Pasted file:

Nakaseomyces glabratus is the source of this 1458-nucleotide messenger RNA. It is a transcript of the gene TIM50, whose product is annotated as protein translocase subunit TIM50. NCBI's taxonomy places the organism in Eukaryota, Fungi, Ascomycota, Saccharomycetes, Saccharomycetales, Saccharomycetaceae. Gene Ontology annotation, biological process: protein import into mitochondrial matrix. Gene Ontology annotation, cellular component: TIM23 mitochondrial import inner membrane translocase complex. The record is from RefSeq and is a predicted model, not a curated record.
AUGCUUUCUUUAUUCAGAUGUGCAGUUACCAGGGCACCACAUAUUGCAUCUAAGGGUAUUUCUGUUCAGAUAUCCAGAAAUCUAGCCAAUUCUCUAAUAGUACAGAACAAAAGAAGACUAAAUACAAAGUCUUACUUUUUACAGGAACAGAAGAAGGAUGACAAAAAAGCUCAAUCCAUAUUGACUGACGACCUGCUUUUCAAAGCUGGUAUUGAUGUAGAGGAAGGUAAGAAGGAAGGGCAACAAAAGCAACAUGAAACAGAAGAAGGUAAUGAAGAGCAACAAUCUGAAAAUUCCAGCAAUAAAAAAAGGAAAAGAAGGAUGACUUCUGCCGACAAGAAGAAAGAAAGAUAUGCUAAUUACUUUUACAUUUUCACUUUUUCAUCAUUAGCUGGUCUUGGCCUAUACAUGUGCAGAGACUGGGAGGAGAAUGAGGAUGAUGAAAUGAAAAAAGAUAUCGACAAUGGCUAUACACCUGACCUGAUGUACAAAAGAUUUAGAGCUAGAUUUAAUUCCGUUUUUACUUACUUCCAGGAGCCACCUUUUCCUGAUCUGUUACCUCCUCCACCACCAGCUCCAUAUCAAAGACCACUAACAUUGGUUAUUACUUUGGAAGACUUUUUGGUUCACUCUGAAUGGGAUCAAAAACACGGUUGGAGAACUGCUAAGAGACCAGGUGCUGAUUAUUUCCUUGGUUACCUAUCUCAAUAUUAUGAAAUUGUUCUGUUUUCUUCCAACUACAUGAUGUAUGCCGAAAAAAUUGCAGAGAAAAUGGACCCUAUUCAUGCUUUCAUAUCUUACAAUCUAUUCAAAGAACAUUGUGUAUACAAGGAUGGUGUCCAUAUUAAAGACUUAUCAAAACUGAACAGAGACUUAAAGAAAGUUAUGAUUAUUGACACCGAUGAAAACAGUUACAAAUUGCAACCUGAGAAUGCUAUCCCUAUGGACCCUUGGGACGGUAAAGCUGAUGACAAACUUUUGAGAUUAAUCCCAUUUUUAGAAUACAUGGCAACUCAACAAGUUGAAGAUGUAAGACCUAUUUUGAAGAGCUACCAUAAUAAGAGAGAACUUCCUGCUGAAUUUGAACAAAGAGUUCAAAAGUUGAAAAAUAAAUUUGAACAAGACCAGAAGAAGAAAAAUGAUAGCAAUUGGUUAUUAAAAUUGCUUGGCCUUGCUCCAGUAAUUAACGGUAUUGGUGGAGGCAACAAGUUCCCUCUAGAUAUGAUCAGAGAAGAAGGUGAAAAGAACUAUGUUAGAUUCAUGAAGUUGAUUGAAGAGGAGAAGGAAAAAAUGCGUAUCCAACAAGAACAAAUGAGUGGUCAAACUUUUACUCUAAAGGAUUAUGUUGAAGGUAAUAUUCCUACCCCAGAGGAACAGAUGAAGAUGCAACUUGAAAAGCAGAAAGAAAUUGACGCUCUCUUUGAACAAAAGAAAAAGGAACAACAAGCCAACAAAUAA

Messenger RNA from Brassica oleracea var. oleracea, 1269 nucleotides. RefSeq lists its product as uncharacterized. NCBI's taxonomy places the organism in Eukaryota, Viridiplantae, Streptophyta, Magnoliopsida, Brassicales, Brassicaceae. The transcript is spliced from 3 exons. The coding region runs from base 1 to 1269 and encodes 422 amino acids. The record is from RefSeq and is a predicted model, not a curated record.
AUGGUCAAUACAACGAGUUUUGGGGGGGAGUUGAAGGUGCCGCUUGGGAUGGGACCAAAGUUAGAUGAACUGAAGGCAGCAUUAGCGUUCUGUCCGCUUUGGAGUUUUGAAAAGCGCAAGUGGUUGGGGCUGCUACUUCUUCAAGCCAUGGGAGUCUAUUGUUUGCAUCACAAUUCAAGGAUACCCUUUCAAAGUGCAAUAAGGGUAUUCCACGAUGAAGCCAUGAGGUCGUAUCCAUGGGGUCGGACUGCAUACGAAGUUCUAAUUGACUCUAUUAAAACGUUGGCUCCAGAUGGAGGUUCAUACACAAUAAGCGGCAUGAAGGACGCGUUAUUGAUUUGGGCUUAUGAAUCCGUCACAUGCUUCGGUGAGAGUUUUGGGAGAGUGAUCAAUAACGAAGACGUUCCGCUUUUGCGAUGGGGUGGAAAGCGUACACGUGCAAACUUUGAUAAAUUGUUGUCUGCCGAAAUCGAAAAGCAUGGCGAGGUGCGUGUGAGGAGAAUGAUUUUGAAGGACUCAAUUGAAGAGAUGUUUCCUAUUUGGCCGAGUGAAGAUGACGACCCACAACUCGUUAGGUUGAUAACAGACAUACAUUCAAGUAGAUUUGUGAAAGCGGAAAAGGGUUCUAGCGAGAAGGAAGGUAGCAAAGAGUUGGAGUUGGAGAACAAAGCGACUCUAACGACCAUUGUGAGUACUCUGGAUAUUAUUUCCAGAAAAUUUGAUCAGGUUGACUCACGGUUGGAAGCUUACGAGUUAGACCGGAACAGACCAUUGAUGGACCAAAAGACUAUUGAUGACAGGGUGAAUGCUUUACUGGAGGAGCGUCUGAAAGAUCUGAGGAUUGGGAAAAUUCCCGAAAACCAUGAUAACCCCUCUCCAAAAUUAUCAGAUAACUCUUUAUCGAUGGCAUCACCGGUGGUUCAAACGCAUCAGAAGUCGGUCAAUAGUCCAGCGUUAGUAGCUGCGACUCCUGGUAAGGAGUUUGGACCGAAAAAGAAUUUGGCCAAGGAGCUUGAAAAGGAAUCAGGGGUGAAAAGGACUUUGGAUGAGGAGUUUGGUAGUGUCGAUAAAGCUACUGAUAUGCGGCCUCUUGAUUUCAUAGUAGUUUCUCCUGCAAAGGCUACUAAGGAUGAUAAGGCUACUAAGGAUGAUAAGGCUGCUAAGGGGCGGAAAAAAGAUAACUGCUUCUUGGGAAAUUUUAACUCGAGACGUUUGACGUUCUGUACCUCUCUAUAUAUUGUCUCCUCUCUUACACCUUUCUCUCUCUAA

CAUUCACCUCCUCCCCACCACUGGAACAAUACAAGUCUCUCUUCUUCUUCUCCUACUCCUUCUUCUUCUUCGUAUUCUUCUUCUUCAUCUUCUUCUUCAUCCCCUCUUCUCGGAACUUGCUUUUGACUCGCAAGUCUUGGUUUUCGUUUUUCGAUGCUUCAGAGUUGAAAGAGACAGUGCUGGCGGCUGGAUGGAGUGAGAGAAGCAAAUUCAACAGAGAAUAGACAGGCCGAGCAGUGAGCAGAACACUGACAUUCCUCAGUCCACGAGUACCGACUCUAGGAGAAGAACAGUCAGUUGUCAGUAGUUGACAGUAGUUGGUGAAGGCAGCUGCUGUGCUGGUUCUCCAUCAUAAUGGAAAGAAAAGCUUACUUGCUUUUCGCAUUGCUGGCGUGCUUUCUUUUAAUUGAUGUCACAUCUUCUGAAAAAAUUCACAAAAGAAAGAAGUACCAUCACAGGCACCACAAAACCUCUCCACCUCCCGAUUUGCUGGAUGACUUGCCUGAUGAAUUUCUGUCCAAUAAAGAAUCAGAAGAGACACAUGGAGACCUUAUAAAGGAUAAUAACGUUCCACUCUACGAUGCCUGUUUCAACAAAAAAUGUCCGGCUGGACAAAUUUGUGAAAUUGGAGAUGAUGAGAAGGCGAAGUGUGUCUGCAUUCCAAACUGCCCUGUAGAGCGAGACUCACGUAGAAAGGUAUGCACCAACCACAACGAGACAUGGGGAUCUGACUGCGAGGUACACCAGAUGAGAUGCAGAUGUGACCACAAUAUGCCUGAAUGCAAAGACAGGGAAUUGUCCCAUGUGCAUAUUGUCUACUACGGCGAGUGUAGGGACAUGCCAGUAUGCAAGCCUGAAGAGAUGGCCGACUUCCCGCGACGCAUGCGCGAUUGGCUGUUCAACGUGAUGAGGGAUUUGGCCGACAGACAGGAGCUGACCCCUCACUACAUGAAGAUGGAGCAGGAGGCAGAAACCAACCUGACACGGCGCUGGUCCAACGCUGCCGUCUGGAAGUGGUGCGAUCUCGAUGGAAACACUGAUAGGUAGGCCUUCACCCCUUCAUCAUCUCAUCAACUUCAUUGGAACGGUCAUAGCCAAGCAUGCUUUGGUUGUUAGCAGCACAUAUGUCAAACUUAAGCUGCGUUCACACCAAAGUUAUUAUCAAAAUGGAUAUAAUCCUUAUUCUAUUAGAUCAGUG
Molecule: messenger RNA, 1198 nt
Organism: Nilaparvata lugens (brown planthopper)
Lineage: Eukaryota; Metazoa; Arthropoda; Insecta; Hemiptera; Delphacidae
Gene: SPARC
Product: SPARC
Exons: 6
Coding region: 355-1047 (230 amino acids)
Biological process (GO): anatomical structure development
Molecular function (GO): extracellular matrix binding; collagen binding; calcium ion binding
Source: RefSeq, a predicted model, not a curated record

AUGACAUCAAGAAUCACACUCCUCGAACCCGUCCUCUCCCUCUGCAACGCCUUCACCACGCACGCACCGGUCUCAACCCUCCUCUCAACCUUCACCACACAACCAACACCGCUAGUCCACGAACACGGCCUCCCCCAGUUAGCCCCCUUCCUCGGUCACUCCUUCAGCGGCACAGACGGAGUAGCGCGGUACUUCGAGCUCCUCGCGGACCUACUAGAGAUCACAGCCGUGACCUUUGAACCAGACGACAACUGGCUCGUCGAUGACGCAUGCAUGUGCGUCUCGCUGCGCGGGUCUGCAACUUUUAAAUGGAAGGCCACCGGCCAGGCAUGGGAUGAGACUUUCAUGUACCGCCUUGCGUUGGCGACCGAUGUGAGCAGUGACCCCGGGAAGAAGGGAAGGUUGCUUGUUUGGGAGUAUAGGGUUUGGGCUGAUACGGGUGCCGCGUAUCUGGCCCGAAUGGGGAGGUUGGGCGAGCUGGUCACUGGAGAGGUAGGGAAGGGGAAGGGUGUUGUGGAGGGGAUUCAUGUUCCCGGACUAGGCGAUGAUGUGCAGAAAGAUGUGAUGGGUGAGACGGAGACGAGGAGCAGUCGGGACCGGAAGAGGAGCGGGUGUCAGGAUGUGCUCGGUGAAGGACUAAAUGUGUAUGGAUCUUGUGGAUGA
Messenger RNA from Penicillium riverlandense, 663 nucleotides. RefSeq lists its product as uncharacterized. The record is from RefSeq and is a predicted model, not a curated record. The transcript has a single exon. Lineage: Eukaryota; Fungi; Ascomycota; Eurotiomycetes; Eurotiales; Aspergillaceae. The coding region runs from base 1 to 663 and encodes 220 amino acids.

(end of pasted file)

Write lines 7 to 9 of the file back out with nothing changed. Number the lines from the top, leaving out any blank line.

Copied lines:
Organism: Nilaparvata lugens (brown planthopper)
Lineage: Eukaryota; Metazoa; Arthropoda; Insecta; Hemiptera; Delphacidae
Gene: SPARC